then into a refrigerated holding tank, where the milk is kept at 4 degrees.
The milk is then manually bottled

3. Find Some Customers

10 cows producing 15 litres of milk per day equals, 150l/day.
The statistics show that the average New Zealander consumes 1.73 litres per week. (I think thats a bit low)

These 10 cows are producing 1050 litres of milk per week. That equates to 606 people per week, and if you assume that there are 4 people in a family that works out to 151 customers per week buying about 7 litres of milk each.

Most regions have a number of farmers markets, all held on different days. All you need to do is go to every local farmers market and set up a stall there. If you look tidy, professional and assuming you are able to smile and string a sentience together you will have no problems selling 1050 litres of milk in a week.

Its a fact, that it takes 5 days for a litre of milk to go from the cow to the super market shelf. 

So its feasible that you could sell 50% of your milk during the week and store the remaining 50% of your milk and sell it later in the week at the busy farmers market held on the weekend.

Show Me The Money

Currently milk is selling for around $2/litre, but because your milk is special and pure and not homogenised or separated and generally not filtered to all hell and then put back together again. You can charge an extra .50 cents/litre.

The farm working expenses are difficult to budget for as there are no 10 cow farms that I know of to benchmark off. The average farmer has FWE of $4/kgms. I've been conservitive and budgeted $7/kgms or $.50/litre.

I think I have been conservitive with my figures. 

An operating profit of $58,788 from just 20 cows is not too shabby.

For those of you stuck on a 850 cow dairy farm in South Canterbury or elsewhere, working from 3:30 am to 5:00 pm on a roster of 11 days on a 3 off, earning $40,000-$50,000/year, I say kick that crappy job to the kerb and buy yourself 20 cows and choose a lifestyle and freedom. 

Cows offer so much opportunity to the young farmers of today. Opportunity is everywhere if you look.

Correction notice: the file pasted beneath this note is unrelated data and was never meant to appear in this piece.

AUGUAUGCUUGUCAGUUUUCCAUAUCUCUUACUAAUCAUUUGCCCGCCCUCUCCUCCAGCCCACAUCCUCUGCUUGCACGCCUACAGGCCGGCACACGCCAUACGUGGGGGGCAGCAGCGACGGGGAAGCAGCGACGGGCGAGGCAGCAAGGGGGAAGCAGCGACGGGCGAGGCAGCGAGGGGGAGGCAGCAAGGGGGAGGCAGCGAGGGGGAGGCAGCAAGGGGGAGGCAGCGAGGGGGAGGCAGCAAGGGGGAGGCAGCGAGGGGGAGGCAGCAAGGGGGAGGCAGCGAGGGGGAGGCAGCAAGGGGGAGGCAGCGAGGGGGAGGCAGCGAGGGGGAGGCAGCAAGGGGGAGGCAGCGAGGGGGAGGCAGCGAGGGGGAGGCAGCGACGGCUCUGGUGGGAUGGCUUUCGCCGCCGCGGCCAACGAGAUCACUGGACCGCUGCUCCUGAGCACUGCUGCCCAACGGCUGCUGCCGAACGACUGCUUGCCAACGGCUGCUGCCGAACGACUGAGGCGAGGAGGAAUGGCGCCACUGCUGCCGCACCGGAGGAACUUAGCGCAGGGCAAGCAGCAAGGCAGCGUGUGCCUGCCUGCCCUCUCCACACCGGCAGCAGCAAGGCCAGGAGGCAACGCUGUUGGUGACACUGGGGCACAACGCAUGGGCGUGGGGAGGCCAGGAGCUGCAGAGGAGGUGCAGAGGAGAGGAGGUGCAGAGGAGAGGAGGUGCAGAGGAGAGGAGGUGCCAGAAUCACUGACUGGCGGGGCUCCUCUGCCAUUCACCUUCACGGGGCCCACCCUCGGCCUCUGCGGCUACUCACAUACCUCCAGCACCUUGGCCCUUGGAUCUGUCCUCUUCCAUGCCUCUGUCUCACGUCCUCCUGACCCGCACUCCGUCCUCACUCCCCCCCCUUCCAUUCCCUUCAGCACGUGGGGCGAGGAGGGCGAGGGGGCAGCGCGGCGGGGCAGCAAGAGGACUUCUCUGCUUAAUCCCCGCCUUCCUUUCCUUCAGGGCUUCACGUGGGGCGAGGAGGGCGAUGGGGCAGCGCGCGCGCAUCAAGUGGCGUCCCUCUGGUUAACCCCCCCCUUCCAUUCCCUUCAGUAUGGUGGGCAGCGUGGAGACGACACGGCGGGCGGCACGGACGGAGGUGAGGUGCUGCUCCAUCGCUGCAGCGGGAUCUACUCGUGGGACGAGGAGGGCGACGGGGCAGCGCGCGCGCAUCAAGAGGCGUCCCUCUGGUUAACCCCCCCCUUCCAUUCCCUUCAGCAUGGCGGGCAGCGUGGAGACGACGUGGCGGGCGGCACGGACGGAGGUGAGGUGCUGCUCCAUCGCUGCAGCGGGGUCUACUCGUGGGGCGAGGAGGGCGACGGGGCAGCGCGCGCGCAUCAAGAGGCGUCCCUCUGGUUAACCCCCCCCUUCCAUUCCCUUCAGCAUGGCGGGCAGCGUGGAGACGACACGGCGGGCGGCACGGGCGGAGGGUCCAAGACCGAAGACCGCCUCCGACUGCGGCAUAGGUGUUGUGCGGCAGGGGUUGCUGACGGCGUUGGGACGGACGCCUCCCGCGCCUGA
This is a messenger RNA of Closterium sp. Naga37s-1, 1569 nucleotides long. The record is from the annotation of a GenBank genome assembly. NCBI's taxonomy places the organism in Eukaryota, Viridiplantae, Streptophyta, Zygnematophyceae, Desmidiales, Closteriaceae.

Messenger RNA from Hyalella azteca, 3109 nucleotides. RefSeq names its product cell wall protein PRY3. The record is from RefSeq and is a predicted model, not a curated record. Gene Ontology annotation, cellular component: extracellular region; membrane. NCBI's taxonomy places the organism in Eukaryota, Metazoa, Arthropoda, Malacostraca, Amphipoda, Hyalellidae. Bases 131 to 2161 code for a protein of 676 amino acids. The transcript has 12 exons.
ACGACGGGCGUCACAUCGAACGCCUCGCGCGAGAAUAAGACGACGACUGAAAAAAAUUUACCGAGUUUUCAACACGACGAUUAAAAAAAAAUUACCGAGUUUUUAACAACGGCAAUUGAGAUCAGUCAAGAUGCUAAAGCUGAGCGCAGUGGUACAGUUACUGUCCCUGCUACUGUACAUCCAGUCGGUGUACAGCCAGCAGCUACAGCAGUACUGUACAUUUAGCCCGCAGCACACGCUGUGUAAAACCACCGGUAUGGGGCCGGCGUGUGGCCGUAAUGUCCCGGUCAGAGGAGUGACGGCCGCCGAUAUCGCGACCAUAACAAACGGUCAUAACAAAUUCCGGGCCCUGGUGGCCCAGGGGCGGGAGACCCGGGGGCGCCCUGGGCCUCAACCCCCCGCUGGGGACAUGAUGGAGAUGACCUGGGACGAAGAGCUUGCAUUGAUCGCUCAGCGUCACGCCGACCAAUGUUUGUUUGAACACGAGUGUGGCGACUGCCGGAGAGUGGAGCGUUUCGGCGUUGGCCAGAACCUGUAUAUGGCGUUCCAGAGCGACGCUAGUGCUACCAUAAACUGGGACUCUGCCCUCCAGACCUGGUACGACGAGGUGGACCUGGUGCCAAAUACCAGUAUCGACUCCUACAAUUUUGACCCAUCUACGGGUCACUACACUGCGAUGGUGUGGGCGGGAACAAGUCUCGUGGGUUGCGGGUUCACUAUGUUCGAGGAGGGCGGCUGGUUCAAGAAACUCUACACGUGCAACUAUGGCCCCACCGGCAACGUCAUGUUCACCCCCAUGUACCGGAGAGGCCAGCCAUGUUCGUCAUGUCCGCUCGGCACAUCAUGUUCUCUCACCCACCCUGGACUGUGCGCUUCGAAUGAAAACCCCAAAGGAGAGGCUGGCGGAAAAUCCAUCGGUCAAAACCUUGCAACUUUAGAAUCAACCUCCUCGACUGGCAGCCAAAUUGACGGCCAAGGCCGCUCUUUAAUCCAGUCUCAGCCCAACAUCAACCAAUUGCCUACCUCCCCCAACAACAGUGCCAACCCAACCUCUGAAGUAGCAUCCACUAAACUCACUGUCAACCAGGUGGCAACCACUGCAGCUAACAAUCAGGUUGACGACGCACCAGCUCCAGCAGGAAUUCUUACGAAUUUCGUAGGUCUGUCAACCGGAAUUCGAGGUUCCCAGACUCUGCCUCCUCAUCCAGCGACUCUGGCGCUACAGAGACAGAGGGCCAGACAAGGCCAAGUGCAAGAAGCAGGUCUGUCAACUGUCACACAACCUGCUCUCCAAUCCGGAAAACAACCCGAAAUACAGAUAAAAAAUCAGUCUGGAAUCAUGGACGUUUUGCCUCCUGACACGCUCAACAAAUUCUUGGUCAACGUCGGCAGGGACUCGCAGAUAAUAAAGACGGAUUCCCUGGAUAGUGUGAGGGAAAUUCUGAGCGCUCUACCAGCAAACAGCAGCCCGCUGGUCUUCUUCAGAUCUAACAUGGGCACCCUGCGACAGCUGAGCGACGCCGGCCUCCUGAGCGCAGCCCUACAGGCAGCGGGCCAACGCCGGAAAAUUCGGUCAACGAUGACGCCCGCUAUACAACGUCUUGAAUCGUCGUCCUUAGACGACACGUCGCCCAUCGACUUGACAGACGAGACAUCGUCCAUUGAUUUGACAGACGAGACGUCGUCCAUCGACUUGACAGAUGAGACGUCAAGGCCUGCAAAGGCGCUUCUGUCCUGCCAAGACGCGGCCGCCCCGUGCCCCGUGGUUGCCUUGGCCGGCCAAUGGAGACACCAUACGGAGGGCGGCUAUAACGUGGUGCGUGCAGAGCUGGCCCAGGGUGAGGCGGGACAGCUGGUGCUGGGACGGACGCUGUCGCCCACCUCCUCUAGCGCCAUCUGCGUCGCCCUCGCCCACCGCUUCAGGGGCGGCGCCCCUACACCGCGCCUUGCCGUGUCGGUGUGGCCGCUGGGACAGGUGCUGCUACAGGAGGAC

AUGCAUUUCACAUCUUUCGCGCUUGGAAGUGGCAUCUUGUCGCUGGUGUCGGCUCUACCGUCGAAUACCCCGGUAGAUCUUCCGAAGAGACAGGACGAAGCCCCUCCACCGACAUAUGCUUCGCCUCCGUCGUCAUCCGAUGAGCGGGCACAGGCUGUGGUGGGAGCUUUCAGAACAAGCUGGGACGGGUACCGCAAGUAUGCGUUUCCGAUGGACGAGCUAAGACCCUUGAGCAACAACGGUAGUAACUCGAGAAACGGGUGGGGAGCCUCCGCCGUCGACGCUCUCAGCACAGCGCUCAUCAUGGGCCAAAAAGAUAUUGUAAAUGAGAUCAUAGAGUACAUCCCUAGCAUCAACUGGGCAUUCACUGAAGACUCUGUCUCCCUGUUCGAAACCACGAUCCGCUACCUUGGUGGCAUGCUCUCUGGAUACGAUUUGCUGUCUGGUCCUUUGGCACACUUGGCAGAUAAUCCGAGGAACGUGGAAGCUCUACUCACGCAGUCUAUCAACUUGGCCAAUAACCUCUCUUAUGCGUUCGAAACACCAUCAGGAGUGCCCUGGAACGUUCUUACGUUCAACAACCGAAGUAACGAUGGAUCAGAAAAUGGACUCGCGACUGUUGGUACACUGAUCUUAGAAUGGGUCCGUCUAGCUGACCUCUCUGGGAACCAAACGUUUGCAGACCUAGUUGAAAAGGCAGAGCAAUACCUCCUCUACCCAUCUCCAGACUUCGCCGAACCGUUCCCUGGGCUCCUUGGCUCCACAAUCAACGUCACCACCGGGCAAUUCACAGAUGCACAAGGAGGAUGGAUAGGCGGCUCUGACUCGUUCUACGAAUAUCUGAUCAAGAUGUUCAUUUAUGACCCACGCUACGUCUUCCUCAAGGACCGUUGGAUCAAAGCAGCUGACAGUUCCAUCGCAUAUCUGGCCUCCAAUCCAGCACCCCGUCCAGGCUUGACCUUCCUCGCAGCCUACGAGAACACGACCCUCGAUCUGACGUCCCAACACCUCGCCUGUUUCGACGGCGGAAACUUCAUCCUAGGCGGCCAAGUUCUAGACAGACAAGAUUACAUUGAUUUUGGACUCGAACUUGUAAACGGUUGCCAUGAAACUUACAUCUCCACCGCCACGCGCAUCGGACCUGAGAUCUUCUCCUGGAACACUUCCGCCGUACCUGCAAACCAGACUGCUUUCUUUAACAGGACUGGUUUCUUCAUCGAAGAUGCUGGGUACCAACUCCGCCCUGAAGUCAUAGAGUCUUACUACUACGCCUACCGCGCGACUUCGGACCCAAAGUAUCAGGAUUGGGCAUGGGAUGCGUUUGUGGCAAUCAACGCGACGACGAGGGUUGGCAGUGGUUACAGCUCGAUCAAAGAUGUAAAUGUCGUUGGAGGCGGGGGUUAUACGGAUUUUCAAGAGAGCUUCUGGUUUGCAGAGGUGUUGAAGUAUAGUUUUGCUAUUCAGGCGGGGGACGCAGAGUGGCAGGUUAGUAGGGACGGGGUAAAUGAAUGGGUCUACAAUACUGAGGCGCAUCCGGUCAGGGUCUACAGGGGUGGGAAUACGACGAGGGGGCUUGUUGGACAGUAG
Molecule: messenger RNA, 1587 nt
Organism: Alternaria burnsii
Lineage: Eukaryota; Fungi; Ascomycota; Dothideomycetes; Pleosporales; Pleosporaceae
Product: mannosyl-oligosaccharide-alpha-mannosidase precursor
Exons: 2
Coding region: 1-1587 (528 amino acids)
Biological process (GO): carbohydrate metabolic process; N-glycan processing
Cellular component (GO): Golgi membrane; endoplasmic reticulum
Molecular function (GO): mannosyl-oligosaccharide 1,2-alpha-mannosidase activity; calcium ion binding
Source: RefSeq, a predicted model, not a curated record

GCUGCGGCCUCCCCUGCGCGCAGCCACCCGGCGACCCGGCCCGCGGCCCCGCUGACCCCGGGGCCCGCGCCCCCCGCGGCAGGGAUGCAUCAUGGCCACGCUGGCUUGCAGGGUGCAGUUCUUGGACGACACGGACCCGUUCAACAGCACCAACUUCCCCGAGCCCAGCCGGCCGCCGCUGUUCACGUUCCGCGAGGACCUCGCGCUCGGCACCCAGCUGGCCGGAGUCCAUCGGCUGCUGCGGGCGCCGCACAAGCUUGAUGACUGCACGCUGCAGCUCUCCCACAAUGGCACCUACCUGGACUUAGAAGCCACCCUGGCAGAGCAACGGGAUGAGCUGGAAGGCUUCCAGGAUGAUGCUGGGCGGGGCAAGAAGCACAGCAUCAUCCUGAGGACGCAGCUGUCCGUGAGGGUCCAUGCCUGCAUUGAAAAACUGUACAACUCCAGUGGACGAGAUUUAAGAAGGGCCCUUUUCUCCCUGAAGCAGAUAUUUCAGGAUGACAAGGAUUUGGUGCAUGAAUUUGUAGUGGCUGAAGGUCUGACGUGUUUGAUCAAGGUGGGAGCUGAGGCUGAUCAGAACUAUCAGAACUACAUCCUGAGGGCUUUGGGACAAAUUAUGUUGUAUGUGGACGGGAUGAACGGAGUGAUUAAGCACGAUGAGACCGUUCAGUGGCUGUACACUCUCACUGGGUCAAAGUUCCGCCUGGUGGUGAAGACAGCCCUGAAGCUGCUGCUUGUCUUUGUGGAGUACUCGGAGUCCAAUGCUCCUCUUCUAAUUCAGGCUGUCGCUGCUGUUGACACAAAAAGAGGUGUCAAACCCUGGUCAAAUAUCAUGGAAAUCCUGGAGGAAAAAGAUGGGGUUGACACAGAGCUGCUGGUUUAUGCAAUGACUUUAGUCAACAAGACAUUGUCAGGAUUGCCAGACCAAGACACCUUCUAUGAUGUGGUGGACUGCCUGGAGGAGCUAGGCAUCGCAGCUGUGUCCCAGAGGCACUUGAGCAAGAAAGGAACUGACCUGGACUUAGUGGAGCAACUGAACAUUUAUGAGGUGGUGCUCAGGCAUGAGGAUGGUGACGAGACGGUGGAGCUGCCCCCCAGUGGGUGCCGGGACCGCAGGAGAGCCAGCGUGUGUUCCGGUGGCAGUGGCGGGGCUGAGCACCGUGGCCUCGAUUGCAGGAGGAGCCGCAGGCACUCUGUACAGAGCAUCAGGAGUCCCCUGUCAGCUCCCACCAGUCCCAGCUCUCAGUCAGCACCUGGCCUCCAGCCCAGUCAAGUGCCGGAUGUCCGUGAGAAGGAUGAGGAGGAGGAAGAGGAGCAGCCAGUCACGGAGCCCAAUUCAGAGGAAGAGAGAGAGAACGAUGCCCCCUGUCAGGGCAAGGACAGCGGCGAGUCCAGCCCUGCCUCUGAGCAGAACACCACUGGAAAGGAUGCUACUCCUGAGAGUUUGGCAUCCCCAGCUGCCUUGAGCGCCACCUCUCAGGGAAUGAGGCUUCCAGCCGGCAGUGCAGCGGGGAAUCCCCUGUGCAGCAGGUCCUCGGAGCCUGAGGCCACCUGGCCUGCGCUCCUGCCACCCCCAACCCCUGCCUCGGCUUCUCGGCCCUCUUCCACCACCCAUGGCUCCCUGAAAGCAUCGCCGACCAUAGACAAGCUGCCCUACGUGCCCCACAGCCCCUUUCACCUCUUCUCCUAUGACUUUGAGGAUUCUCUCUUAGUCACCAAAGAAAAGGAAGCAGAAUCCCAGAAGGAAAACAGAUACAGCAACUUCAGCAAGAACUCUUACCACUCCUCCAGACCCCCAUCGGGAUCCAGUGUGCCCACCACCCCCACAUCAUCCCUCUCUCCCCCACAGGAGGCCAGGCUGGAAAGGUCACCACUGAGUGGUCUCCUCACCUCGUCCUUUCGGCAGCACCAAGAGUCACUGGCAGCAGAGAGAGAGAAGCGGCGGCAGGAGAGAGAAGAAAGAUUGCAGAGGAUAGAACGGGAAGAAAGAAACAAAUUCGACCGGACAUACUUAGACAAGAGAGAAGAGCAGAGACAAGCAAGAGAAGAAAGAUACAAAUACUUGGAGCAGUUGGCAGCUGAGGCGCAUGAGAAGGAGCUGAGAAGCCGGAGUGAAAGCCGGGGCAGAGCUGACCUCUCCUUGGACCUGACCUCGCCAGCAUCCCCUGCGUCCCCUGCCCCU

I hope my post encourages some young farmers to open their eyes and explore the alternatives, question everything you know about farming.

There are far more answers and options out there than you think.

If you want chat about doing something like this, then drop me an email glen at milking on the moove dot co dot nz


  1. Hello!

    I found you on Google.

    I am a young farmer from Slovenia, Europe. I have a very small farm with up to 15 cows and to 10 heifers for remont of my herd. I also process milk into dairy products as yoghurt, cheese, quark etc.

    This year I want to start grazing. I have to make mobile milking parlour, i want to make it 4x1 side by side.

    Do you have any pictures or descriptions of maybe smaller parlours than that one in your blog? I have the whole idea how to build it, but there are a lot of details that matter.

    Thank you for your answer and i send you greetings from a tiny country Slovenia.

    I have blog, but it is in Slovenian. If you want to, you can translate it with google translate. It is on

    Bye, Toni

    1. Check out this from Lithuania:

      I am planning to import one to the US this year. Currently milking three cows, plan to go to 20. similar numbers here as suggested by the article.

      follow our progress here
      or here



    2. Cheers max

      Thanks for the link to your blog. I'll be following.

      Please post pictures and video when you get it running.



    3. Hi .
      Thanks for Your great
      planning .I am ruhul amin from Bangladesh ,I have
      plan , But I have no money .I have two cow ,but its come some milk ,but no high Quality,I need money, would you help me to lend money or lone money that i can start big cow farm this from i can earn money let me please as early

      Ruhul 2084@ gmail .com

  2. Hi Toni